Marilyn Finnical argues that the circuit court's charging her with responsibility for the couple's unusual living arrangement defied “the sanctity of marriage.”   She argues that the circuit court's finding was, in effect, “judicial legislation providing that an unspecified number of years of marital separation is the equivalent of a dissolution of marriage.”

We agree that Marilyn Finnical should not be penalized for delay in filing for a divorce.  Ewing v. Ewing, 901 S.W.2d 330, 334 (Mo.App.1995).   We do not find any evidence in the circuit court's findings of fact and conclusions of law, however, suggesting that it denied maintenance on this ground.

In her fifth point, Marilyn Finnical contends that the circuit court's division of marital property was inequitable and, therefore, erroneous.   She also contends that the circuit court erred in not dividing some marital property, including guns, jewelry and art prints, which she contended that Timothy Finnical converted to his own use during the marriage, and the value of Timothy Finnical's two retirement plans.   She argues that the circuit court should have given her more property because of Timothy Finnical's alleged marital misconduct and because of the wide difference in their earning capacities.

 The circuit court has broad discretion in dividing marital property.   We will disturb a property division only when it is so “heavily and unduly weighted in favor of one party as to amount to an abuse of discretion.”  Allen v. Allen, 961 S.W.2d 891, 893 (Mo.App.1998).   The circuit court's obligation is to divide the marital property fairly-not necessarily equally- according to the factors enumerated in § 452.330.1, RSMo Supp.1997.  Carter v. Carter, 940 S.W.2d 12, 16 (Mo.App.1997).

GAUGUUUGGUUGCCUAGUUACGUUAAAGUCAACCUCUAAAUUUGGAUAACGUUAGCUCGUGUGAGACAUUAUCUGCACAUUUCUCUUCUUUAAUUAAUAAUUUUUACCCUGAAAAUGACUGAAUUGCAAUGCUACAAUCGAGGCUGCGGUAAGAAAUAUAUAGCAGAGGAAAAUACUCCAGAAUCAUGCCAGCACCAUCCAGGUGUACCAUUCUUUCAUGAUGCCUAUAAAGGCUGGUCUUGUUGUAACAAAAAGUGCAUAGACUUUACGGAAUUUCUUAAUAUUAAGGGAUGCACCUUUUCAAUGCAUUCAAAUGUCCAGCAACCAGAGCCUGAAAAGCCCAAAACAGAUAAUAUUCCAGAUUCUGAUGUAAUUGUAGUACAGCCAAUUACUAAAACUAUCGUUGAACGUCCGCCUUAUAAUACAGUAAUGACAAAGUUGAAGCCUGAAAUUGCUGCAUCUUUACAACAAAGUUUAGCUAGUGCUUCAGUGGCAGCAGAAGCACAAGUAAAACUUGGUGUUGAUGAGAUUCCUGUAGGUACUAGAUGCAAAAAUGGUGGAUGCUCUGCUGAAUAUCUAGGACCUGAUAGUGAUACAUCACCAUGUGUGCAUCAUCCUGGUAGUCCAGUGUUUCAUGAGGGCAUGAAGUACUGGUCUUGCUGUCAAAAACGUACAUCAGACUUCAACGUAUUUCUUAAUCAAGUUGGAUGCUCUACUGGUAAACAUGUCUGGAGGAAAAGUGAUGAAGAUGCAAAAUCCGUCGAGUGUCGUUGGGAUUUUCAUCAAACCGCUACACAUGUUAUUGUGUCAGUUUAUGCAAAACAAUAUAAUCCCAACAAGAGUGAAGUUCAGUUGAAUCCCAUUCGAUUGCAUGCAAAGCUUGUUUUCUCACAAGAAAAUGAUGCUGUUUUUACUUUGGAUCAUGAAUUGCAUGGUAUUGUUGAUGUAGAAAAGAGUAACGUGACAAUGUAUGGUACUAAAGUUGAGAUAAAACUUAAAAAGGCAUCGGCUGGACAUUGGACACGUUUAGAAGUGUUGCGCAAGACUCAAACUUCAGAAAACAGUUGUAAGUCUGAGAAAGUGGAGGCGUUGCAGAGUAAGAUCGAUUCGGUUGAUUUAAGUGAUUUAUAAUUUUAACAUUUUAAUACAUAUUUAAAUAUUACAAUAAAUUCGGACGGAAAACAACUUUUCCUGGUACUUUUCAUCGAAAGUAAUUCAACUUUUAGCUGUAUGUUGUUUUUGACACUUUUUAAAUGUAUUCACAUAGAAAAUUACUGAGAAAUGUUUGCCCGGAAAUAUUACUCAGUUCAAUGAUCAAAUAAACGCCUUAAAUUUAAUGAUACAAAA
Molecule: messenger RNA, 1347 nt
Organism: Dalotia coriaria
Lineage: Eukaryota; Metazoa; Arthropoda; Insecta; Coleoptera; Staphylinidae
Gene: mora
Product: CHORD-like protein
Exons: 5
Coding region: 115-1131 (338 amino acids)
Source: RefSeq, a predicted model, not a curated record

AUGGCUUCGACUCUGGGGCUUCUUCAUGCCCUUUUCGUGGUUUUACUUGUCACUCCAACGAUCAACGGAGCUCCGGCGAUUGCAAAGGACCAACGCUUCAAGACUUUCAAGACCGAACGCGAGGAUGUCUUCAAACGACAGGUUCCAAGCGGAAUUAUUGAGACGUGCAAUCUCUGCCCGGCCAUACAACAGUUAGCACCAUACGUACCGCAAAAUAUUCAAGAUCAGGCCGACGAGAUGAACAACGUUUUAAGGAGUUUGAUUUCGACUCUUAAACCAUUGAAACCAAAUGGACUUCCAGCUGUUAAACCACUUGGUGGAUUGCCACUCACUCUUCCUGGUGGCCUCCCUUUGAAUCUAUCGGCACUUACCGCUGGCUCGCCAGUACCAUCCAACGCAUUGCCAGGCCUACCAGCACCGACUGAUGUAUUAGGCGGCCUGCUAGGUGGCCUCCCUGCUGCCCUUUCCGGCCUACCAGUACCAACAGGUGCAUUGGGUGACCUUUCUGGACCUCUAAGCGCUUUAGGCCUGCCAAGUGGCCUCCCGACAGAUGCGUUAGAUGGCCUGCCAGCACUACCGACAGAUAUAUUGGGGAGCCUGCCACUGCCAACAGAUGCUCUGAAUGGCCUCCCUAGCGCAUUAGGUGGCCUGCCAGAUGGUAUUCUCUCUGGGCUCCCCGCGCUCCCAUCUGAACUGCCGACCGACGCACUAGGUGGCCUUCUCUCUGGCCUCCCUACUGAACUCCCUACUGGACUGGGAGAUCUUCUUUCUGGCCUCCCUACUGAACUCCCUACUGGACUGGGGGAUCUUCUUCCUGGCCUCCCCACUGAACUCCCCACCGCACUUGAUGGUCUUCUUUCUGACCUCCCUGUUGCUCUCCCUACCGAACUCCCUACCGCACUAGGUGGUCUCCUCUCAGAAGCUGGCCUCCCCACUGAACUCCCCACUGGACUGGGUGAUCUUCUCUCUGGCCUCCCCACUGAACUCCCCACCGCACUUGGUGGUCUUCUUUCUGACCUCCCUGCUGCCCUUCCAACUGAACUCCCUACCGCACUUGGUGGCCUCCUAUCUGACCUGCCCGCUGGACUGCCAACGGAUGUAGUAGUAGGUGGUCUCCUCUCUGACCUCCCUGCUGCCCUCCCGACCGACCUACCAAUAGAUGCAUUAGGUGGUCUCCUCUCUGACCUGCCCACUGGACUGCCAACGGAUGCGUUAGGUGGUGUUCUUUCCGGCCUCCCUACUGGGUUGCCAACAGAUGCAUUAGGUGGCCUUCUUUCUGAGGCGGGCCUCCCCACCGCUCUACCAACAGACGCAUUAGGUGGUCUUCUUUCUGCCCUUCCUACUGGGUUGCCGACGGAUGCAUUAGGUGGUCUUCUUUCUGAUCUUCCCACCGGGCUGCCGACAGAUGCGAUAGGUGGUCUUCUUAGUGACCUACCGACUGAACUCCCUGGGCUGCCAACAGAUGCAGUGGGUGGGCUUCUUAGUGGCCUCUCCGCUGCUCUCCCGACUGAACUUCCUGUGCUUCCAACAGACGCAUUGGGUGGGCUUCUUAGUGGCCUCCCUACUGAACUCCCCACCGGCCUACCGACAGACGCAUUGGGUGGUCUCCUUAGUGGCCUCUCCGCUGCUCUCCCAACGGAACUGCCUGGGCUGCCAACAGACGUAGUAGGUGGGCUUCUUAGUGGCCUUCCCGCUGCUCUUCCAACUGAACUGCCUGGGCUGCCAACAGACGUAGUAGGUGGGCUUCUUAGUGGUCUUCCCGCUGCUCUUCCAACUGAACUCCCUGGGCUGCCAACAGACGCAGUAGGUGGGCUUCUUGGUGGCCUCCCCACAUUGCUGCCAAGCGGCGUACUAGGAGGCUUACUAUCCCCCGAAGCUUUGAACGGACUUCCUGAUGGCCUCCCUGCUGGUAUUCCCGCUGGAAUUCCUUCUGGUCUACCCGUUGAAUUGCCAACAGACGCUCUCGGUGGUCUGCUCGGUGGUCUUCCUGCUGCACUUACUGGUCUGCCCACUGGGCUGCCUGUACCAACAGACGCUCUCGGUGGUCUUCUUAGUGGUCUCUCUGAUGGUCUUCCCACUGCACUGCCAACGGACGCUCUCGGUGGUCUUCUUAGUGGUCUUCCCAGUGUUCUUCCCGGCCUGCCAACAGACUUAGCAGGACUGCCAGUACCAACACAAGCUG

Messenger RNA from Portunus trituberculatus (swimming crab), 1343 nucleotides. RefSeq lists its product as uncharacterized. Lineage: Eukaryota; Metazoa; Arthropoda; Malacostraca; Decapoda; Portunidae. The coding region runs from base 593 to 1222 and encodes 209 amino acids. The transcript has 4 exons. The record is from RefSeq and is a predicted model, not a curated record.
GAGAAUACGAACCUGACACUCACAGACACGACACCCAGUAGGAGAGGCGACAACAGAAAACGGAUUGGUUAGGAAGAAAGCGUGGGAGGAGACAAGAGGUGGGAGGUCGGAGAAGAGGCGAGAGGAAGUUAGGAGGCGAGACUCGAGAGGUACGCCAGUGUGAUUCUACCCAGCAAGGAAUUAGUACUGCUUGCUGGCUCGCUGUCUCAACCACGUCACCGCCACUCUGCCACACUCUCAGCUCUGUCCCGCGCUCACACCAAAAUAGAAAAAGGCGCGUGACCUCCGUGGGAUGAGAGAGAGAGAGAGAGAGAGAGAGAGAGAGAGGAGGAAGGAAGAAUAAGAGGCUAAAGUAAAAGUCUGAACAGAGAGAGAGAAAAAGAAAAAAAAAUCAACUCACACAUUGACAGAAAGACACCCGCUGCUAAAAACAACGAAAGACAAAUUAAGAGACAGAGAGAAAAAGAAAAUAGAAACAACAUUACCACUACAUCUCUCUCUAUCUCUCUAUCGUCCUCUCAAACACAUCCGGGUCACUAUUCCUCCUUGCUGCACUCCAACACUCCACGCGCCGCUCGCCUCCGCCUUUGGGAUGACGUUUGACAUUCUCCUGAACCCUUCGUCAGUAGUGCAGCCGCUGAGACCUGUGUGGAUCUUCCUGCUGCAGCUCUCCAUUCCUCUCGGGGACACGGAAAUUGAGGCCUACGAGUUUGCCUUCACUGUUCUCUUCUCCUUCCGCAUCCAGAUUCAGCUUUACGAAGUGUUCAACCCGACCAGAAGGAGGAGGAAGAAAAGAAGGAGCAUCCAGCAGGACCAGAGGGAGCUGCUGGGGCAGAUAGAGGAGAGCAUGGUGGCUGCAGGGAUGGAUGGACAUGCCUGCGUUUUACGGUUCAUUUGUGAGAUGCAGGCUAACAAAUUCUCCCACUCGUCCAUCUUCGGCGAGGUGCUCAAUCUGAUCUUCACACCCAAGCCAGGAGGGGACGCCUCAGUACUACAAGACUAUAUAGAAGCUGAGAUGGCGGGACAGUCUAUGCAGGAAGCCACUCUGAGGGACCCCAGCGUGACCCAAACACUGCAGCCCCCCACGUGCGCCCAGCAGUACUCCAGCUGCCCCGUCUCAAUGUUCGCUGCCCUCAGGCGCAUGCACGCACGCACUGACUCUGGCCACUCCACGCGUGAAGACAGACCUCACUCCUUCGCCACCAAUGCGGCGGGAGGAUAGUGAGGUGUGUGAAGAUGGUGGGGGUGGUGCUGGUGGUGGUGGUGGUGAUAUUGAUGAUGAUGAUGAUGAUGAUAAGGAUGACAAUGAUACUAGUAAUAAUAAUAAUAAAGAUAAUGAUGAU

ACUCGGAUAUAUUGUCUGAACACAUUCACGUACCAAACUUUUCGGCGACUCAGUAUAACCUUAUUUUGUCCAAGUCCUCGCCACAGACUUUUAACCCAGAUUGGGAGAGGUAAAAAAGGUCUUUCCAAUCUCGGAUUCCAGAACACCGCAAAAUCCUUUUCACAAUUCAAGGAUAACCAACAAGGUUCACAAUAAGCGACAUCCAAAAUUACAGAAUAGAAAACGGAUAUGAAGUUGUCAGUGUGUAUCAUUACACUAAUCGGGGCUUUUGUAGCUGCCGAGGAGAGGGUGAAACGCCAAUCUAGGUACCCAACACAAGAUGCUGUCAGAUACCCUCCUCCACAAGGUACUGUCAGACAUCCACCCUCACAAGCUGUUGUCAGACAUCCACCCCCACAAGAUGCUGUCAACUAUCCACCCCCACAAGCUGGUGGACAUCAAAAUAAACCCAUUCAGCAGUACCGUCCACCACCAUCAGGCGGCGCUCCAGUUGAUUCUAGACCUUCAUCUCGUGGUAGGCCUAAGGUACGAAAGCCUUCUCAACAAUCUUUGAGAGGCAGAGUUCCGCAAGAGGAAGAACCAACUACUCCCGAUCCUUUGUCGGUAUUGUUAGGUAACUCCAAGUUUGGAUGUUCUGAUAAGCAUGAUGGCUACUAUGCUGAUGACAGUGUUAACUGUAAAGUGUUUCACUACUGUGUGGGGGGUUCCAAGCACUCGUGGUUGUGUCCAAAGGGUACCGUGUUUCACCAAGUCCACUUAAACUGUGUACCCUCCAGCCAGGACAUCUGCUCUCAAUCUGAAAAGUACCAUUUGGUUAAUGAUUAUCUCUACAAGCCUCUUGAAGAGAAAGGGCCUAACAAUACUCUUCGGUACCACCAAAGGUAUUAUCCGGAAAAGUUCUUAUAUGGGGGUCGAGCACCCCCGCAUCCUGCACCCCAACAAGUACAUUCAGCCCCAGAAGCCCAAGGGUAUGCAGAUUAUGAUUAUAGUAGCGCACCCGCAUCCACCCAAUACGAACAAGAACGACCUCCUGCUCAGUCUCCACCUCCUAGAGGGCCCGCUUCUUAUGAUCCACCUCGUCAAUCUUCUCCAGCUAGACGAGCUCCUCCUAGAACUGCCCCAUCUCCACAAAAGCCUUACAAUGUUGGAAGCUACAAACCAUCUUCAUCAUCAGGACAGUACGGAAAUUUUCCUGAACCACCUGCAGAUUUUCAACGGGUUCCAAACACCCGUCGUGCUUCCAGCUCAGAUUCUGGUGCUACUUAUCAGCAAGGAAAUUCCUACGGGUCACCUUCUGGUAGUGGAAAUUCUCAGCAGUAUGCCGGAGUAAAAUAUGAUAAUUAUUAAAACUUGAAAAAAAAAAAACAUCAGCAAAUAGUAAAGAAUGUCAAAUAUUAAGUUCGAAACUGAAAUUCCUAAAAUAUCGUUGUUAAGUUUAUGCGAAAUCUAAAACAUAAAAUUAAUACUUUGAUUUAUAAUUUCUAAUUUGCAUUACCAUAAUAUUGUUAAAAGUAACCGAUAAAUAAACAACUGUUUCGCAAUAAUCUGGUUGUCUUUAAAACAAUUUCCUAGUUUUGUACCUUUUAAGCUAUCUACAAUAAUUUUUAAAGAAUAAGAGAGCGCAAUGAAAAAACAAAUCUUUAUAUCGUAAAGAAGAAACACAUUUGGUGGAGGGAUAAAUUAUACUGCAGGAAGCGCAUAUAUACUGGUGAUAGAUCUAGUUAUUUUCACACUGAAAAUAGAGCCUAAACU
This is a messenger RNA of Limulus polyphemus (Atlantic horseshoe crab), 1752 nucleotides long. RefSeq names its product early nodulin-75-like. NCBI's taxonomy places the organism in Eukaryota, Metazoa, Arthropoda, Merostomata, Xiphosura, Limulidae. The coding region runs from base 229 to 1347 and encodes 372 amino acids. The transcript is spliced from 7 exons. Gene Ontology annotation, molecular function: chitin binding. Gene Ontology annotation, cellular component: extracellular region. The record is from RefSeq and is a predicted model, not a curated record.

The circuit court awarded Timothy Finnical marital property valued at $2650 and his interest in his retirement plans, listing their value as “unknown.”   On the other side of the ledger, the circuit court assessed to Timothy Finnical approximately $80,000 in debts and ordered him to pay Marilyn Finnical $5000 for her half interest in another $10,000 retirement plan that he had “cashed in” before the divorce.   The circuit court awarded to Marilyn Finnical marital property which it valued at $11,700 and a nonmarital house which it valued at $100,000.   The circuit court assessed her with $59,500 worth of debt.

 Marilyn Finnical complains that the circuit court did not divide the value of a car which Timothy Finnical drives.   Timothy Finnical testified that he had leased the car, and Marilyn Finnical did not present evidence that he expected to keep it after the lease expired.   The circuit court had a proper basis for concluding that the car was an expense, not an asset subject to being divided.

 As to the other property about which Marilyn Finnical complains, Timothy Finnical testified that he had exchanged $7500 worth of art prints for another person's making his car's lease payments.   He also testified that he sold or gave away jewelry worth approximately $2500 and that he sold firearms for $7500 to $8800.   Assuming that the firearms were worth $7500, this adds up to $17,500 in property.   Preceding divorce, parties often must consume marital assets for living expenses.   The circuit court is not obligated to include the value of all marital property which the parties disposed of before the hearing.   Only when a spouse hides or squanders marital property in anticipation of divorce should the circuit court consider the asset's value in dividing the marital property.  Stratman v. Stratman, 948 S.W.2d 230, 239 (Mo.App.1997).